BLA ‘still a distressed financial institution’
Meanwhile, in a call to the programme last Sunday, the prime minister said that “perhaps it has been forgotten by some that the Building & Loan Association is still a distressed financial institution.”
He said that the BLA was still trying “to get itself out of the difficulties”.
Gonsalves said that the building society has been making re-arrangements to help it “hold its head above water while at the same time continue to function so it doesn’t disintegrate and in the process, a number of individuals, like, for instance, our dear lady who is obviously very pained and we all have to be pained listening to her that she would like to have her money.
“The challenge is this: if everyone who is in a similar situation draws out the money, then the organisation will collapse because I am talking about the distressed state – or likely to, or to be severely undermined,” Gonsalves said.
“But, having said that, there need to be some recognition by the management at the Building & Loan to particular cases like this one.”
He said he has heard both Haywood and John on the situation.
“… and there has to be something which could be done more,” he said, adding that he does not know if the line of credit that the government had backed with the Central Bank in the early stages of the fiasco, which the BLA did not accept, “may still be needed to buttress and supplement”.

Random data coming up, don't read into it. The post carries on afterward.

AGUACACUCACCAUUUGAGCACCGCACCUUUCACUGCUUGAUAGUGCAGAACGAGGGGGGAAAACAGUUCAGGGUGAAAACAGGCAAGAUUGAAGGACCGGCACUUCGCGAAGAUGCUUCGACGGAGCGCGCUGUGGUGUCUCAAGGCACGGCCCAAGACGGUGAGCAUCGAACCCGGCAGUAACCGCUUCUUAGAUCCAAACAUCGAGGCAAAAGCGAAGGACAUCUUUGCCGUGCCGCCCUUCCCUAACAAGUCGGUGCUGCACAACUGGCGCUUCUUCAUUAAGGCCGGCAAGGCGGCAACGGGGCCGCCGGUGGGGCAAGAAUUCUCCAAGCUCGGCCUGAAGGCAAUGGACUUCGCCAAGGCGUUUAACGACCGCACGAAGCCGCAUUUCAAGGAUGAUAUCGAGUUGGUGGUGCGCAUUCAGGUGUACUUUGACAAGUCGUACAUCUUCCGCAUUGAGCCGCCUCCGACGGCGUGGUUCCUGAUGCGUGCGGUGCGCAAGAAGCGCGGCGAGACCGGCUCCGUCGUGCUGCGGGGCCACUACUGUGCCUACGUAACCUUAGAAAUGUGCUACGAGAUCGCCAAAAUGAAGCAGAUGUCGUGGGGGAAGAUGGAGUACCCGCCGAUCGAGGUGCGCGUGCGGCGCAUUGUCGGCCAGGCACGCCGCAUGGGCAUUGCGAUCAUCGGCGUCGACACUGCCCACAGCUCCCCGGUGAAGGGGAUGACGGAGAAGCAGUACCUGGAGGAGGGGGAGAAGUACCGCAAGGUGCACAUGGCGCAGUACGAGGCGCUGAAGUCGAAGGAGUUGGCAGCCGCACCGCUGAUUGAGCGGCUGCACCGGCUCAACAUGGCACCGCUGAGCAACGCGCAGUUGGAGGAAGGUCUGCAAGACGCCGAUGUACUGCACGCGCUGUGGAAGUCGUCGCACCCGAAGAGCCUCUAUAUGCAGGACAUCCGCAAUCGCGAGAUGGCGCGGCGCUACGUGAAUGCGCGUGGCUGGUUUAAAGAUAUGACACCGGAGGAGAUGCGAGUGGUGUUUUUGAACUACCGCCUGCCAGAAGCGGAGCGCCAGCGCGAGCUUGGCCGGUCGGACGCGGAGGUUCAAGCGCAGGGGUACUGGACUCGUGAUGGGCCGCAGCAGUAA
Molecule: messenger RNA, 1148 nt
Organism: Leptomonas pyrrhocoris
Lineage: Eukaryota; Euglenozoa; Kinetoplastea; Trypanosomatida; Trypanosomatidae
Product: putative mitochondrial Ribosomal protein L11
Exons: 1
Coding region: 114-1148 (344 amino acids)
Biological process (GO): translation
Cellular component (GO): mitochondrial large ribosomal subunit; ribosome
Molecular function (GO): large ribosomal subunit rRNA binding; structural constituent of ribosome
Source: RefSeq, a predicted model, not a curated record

“… but it is a real difficult matter if you have put your savings in, you didn’t have anything to do with some of the decisions which were taken hitherto and resources — bad mortgages and all the rest of it, and which put the organisation under distress and instances of not proper management and so on and so forth and for persons now, like her, who have to have this troubled situation in which she finds herself, or in which she is found,” Gonsalves said, adding that he was choosing his words carefully.
“I am choosing my words carefully.”
Ryan said he had suggested that the CEO meets with the woman and see if someone may buy her shares.
“It may well be that there has to be other interventions which may well be possible. And there are cases in which I have — have come to me and I have written and I have called the Building & Loan leadership to speak to them on the matter. So that’s all I would say. It is not as straight forward as my brother Ras-I who called, because of the distress in which the organisation has found itself.”
In 2015, Browne, who was making his second attempt to win East Kingstown for Gonsalves’ Unity Labour Party defended his decision in 2012 to write the newspaper article that triggered the run on BLA, saying that in doing so, he showed he has “the courage, and strength of character to deal with the tough issues”.